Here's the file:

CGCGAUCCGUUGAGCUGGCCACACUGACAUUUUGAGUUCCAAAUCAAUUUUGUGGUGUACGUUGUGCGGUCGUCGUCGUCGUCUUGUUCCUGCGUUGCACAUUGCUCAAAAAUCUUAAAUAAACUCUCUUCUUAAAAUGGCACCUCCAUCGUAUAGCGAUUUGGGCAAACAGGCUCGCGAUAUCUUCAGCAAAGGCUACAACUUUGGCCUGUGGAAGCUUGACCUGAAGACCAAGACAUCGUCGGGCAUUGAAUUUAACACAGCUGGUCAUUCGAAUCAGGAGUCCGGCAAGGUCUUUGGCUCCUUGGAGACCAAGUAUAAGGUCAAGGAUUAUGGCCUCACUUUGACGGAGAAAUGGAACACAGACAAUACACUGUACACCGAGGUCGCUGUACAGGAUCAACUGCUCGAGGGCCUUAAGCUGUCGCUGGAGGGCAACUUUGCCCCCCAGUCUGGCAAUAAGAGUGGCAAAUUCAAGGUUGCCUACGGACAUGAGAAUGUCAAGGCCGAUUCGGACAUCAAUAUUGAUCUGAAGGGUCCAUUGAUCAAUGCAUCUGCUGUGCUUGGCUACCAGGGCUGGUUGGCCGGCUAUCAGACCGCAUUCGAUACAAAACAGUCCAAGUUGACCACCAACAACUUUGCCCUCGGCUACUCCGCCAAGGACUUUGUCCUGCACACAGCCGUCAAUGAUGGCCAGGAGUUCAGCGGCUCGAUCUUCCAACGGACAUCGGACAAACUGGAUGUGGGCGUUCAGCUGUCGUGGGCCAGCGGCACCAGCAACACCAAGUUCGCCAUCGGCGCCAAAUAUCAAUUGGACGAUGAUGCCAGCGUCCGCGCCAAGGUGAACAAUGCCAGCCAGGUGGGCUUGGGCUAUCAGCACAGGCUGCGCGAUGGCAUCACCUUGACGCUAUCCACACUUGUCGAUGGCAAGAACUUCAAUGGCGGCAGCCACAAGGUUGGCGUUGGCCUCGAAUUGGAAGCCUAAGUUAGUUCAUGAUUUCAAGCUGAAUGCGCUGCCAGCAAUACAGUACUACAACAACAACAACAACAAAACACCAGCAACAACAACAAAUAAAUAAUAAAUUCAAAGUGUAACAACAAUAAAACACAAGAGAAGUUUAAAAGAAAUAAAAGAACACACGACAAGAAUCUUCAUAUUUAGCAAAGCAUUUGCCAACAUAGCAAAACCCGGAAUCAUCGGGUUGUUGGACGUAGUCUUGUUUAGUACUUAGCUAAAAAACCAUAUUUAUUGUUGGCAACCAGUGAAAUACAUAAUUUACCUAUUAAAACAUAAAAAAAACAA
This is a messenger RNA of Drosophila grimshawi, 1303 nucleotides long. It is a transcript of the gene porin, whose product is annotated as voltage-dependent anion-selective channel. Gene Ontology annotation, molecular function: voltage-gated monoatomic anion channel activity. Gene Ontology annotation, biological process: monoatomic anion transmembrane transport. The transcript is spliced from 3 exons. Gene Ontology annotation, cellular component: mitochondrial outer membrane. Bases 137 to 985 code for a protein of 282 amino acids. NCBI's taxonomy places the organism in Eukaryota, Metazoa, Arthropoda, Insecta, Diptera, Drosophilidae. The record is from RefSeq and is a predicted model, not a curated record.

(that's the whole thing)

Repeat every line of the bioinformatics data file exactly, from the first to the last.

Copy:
CGCGAUCCGUUGAGCUGGCCACACUGACAUUUUGAGUUCCAAAUCAAUUUUGUGGUGUACGUUGUGCGGUCGUCGUCGUCGUCUUGUUCCUGCGUUGCACAUUGCUCAAAAAUCUUAAAUAAACUCUCUUCUUAAAAUGGCACCUCCAUCGUAUAGCGAUUUGGGCAAACAGGCUCGCGAUAUCUUCAGCAAAGGCUACAACUUUGGCCUGUGGAAGCUUGACCUGAAGACCAAGACAUCGUCGGGCAUUGAAUUUAACACAGCUGGUCAUUCGAAUCAGGAGUCCGGCAAGGUCUUUGGCUCCUUGGAGACCAAGUAUAAGGUCAAGGAUUAUGGCCUCACUUUGACGGAGAAAUGGAACACAGACAAUACACUGUACACCGAGGUCGCUGUACAGGAUCAACUGCUCGAGGGCCUUAAGCUGUCGCUGGAGGGCAACUUUGCCCCCCAGUCUGGCAAUAAGAGUGGCAAAUUCAAGGUUGCCUACGGACAUGAGAAUGUCAAGGCCGAUUCGGACAUCAAUAUUGAUCUGAAGGGUCCAUUGAUCAAUGCAUCUGCUGUGCUUGGCUACCAGGGCUGGUUGGCCGGCUAUCAGACCGCAUUCGAUACAAAACAGUCCAAGUUGACCACCAACAACUUUGCCCUCGGCUACUCCGCCAAGGACUUUGUCCUGCACACAGCCGUCAAUGAUGGCCAGGAGUUCAGCGGCUCGAUCUUCCAACGGACAUCGGACAAACUGGAUGUGGGCGUUCAGCUGUCGUGGGCCAGCGGCACCAGCAACACCAAGUUCGCCAUCGGCGCCAAAUAUCAAUUGGACGAUGAUGCCAGCGUCCGCGCCAAGGUGAACAAUGCCAGCCAGGUGGGCUUGGGCUAUCAGCACAGGCUGCGCGAUGGCAUCACCUUGACGCUAUCCACACUUGUCGAUGGCAAGAACUUCAAUGGCGGCAGCCACAAGGUUGGCGUUGGCCUCGAAUUGGAAGCCUAAGUUAGUUCAUGAUUUCAAGCUGAAUGCGCUGCCAGCAAUACAGUACUACAACAACAACAACAACAAAACACCAGCAACAACAACAAAUAAAUAAUAAAUUCAAAGUGUAACAACAAUAAAACACAAGAGAAGUUUAAAAGAAAUAAAAGAACACACGACAAGAAUCUUCAUAUUUAGCAAAGCAUUUGCCAACAUAGCAAAACCCGGAAUCAUCGGGUUGUUGGACGUAGUCUUGUUUAGUACUUAGCUAAAAAACCAUAUUUAUUGUUGGCAACCAGUGAAAUACAUAAUUUACCUAUUAAAACAUAAAAAAAACAA
This is a messenger RNA of Drosophila grimshawi, 1303 nucleotides long. It is a transcript of the gene porin, whose product is annotated as voltage-dependent anion-selective channel. Gene Ontology annotation, molecular function: voltage-gated monoatomic anion channel activity. Gene Ontology annotation, biological process: monoatomic anion transmembrane transport. The transcript is spliced from 3 exons. Gene Ontology annotation, cellular component: mitochondrial outer membrane. Bases 137 to 985 code for a protein of 282 amino acids. NCBI's taxonomy places the organism in Eukaryota, Metazoa, Arthropoda, Insecta, Diptera, Drosophilidae. The record is from RefSeq and is a predicted model, not a curated record.